Walter T. Stewart was born in Benjamin, Utah, in 1917. During World War II he was a B-24 pilot, flying 236 hours of combat. Of the 32 combat missions he flew, the most historic was the low-level bombing mission to the oil refineries of Ploesti, Romania, on August 1, 1943.
Operation "Tidal Wave" was Lt. Stewart's 31st combat mission. He was assigned as Deputy Lead of the 93rd Bombardment Group despite his rank and because of his reputation and experience. Five groups took off from Libya for the 2,000-mile round trip to their target, which was supplying nearly one-third of all oil used by Nazi Germany.
After weeks of practice at flying low level, they intended to bomb the refineries from "about 50 feet above the stacks" in concentrated waves of bombers. However, after crossing into Bulgaria, the formations entered weather and became separated. Their navigation was also disrupted by the loss of the lead navigators due to enemy fire on the way to the target. A critical turn point was misidentified and the bombers were forced to ingress through the most heavily defended area around Ploesti rather than circling in from the northeast, as planned.
During the ingress, Lieutenant Colonel Addison Baker, who was leading Stewart's group, was shot down. Lt. Stewart assumed the lead and continued on, guiding the 93rd through the intense flak to deliver the first bombs on the target.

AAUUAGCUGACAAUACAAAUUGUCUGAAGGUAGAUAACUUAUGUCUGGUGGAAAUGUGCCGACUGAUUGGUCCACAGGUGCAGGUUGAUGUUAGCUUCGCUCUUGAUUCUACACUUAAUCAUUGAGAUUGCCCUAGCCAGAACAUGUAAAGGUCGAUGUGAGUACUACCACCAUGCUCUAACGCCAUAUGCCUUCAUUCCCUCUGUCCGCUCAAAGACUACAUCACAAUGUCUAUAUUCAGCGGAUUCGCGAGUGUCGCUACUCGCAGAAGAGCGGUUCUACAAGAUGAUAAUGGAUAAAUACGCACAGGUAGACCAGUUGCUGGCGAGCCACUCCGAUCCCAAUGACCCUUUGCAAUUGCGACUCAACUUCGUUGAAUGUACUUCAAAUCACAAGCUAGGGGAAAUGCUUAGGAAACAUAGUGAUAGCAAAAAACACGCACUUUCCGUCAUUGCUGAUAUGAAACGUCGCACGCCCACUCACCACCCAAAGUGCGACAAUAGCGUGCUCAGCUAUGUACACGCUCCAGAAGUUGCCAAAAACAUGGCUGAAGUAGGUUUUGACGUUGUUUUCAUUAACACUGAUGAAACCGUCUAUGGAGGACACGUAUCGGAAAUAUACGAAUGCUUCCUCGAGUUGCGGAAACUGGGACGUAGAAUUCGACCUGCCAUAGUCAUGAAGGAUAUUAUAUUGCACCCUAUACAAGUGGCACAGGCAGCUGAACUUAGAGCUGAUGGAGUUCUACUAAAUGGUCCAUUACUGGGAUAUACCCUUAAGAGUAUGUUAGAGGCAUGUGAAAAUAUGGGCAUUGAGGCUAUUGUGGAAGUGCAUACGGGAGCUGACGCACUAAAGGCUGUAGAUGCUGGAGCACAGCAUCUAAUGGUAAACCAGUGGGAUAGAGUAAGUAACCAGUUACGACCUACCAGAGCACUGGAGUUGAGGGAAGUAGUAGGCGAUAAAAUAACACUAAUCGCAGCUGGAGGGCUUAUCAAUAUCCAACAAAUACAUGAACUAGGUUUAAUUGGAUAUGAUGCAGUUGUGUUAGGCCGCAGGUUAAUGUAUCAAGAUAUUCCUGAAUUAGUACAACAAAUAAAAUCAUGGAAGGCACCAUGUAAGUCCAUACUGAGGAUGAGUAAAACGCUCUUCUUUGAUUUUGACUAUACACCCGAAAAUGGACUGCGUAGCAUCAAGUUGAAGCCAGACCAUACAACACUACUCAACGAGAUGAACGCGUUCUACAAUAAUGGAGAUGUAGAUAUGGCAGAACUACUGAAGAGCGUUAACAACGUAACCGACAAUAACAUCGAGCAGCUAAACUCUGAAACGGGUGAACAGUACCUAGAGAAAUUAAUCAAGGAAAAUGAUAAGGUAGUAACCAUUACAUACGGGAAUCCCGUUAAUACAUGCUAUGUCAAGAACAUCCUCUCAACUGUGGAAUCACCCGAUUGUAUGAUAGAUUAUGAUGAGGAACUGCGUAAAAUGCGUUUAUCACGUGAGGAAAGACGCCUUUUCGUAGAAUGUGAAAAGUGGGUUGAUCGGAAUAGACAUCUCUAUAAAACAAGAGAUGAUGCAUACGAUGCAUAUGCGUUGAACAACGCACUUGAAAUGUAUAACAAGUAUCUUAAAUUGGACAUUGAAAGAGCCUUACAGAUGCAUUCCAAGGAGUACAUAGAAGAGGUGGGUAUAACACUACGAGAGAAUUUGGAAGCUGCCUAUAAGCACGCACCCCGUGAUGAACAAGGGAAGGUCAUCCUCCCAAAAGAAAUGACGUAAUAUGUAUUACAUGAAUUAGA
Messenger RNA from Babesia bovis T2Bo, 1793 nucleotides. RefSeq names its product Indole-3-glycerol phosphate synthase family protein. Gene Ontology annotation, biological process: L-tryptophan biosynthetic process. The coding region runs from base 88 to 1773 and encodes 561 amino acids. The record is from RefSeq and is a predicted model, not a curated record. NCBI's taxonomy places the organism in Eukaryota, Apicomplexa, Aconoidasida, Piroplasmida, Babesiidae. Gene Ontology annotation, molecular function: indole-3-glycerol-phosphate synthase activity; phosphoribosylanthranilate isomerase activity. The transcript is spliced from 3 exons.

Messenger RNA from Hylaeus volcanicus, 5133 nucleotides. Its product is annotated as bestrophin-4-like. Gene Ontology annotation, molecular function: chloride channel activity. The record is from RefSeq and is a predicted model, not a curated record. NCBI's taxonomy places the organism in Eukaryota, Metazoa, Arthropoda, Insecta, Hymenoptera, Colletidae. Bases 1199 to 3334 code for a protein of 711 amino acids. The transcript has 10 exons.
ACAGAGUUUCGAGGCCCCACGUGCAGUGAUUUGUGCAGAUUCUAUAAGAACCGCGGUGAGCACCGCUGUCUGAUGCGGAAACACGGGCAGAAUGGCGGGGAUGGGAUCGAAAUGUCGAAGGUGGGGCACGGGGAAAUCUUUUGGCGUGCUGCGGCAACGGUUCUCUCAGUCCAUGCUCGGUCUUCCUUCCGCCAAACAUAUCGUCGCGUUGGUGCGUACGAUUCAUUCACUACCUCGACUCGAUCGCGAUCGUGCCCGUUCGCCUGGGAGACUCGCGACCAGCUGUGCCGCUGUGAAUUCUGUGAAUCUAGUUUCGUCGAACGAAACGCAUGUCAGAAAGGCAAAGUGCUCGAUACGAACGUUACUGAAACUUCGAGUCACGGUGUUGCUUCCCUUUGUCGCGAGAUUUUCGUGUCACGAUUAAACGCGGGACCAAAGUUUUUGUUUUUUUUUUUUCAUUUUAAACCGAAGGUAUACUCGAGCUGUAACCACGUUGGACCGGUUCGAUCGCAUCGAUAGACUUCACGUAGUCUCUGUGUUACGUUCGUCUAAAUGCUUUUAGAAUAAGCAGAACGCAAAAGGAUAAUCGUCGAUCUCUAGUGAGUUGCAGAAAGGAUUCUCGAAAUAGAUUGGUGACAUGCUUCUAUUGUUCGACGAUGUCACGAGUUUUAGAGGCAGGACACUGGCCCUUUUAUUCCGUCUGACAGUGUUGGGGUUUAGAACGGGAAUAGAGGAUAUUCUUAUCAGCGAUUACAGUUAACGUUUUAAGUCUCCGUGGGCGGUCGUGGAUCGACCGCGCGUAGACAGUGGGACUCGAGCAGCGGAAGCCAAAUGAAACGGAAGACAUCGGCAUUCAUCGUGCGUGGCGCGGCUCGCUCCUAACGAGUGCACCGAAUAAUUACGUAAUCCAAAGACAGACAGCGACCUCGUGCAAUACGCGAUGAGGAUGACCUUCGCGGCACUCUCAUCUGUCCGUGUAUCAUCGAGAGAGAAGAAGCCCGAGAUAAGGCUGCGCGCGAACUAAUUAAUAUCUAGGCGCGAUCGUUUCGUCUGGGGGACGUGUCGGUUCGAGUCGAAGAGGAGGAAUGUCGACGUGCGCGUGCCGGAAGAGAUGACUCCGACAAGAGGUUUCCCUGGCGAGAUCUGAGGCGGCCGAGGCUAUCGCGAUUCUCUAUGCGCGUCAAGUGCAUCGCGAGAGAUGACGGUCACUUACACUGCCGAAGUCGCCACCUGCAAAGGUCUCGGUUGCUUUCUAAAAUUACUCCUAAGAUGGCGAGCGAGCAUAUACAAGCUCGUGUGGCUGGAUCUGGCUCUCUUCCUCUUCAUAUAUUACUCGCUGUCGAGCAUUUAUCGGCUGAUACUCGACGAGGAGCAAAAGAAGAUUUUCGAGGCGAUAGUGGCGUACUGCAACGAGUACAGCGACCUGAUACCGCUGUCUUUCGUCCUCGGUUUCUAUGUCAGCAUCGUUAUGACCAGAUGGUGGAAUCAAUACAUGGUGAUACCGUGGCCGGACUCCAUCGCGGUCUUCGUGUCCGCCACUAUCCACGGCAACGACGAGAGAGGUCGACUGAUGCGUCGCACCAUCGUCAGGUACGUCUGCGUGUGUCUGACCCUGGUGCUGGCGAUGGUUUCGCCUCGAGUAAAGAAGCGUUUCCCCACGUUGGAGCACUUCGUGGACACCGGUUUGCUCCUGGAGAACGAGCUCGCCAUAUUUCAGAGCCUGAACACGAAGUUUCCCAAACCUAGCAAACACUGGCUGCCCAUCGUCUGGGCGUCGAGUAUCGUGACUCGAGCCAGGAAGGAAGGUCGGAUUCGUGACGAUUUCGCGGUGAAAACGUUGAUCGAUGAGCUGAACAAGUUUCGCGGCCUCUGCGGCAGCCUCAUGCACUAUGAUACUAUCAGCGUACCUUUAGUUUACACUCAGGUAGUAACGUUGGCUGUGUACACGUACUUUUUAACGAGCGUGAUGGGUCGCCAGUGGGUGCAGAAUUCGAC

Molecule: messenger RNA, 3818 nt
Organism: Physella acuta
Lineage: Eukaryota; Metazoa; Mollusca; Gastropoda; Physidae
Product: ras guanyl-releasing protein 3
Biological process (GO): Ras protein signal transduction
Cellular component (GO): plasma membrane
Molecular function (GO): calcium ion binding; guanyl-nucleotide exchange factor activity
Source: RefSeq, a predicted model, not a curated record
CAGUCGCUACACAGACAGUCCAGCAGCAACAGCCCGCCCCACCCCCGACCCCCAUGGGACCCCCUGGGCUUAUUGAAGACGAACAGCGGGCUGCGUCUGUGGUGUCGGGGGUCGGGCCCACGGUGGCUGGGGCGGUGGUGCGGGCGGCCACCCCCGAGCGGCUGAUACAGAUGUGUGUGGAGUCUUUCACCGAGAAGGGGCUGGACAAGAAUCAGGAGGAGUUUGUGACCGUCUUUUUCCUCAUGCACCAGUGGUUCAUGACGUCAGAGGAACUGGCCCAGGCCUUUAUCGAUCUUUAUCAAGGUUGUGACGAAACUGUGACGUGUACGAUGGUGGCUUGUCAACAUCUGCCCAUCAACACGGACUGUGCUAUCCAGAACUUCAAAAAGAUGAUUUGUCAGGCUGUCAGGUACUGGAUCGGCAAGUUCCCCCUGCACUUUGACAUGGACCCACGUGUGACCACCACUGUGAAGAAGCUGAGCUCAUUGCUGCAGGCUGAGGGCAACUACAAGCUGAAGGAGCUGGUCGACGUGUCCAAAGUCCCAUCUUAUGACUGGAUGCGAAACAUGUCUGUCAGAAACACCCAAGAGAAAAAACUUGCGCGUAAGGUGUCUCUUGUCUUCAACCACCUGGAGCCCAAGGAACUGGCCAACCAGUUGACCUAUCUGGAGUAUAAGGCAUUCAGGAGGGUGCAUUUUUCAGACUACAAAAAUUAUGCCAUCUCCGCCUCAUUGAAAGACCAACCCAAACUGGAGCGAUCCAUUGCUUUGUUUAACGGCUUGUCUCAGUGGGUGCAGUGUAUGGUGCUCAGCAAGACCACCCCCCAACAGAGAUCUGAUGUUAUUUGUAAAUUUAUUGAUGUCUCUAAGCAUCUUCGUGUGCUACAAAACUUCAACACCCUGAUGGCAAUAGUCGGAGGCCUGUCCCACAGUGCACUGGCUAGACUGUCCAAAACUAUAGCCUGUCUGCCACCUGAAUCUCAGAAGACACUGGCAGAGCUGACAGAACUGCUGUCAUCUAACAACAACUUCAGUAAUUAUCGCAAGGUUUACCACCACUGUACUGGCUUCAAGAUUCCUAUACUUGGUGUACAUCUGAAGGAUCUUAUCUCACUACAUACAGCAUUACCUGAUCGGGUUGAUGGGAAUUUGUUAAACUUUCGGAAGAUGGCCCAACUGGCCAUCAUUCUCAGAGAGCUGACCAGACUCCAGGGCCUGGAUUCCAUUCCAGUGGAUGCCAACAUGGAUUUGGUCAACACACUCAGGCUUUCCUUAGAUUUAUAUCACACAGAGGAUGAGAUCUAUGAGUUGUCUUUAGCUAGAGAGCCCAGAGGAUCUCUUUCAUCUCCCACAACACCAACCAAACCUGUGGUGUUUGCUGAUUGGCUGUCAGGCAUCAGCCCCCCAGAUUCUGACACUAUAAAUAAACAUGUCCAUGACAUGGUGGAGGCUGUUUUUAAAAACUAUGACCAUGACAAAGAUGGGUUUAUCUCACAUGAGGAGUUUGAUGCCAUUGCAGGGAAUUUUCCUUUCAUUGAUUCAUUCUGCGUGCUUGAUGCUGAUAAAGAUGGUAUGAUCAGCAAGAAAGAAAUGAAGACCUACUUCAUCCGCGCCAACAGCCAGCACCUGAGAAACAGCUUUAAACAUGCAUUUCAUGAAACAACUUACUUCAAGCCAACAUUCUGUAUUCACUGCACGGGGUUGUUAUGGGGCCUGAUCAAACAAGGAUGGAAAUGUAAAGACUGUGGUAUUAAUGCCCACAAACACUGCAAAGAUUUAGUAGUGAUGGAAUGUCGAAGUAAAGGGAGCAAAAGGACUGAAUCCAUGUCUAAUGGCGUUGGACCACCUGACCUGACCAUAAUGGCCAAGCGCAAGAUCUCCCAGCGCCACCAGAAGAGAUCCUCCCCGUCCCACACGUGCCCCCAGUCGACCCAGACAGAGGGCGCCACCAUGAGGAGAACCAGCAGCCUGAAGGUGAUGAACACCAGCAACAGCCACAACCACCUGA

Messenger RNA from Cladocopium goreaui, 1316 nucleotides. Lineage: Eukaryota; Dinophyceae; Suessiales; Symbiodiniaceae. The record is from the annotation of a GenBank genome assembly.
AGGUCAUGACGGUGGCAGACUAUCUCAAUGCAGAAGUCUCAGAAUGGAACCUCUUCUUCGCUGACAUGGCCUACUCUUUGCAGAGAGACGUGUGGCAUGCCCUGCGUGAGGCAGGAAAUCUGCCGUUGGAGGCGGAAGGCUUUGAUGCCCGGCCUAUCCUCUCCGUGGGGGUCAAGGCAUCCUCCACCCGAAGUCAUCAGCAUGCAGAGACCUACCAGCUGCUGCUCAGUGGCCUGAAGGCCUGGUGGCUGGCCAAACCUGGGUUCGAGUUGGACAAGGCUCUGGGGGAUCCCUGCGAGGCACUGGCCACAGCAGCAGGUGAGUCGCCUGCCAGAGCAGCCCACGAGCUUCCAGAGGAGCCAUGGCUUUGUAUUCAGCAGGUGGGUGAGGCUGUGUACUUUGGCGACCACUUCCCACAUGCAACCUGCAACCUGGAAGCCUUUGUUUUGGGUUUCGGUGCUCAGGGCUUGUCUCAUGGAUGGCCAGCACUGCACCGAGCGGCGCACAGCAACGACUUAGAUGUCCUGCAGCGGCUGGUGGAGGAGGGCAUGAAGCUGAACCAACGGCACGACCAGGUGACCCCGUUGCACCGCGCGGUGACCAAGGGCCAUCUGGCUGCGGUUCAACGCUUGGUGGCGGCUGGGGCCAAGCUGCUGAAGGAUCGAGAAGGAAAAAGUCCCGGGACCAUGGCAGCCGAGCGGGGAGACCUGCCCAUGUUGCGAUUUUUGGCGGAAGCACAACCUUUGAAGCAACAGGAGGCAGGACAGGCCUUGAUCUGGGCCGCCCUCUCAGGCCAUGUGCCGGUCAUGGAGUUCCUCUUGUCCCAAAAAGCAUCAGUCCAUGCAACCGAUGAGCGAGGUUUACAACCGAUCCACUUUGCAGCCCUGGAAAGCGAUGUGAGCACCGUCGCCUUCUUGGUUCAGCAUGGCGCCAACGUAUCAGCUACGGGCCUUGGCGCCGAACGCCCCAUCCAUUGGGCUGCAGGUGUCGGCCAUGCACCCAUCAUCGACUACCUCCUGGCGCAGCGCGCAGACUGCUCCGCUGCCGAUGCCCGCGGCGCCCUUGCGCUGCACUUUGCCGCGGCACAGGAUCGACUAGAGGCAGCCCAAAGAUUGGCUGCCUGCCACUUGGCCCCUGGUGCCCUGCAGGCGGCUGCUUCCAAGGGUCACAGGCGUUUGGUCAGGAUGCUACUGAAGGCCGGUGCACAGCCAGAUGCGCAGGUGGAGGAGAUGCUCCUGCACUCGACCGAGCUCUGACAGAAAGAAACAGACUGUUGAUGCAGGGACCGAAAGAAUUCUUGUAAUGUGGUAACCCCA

The attack turned to chaos with bombers from the different groups attacking from all quadrants, but the oil refineries were severly damaged. The B-24s were under heavy attack from flak and fighters on their egress and return flight as well. Of the 178 aircraft that took off on the most decorated mission of World War II, 54 were shot down; 532 of 1,726 men did not return.
Lt. Stewart's plane, named "Utah Man," came back with 365 holes in it. The damage the aircraft suffered was so severe that they had to reduce airspeed and nearly ran out of fuel. The plane landed two hours after most of the other aircraft had returned to base. The USAAF's next raid on Ploesti was six months later and flown at 25,000 feet.
Lt. Stewart flew one more combat mission after Ploesti, then was re-assigned to the United States where he toured facilities supporting the war effort. After the war, he continued flying with the Air Force Reserve. He retired as a Colonel after thirty-six years of service. Among his many decorations are the Distinguished Service Cross, which was not awarded until 1995 due to clerical errors; the Silver Star; Distinguished Flying Cross; and Air Medal with 4 Oak Leaf Clusters.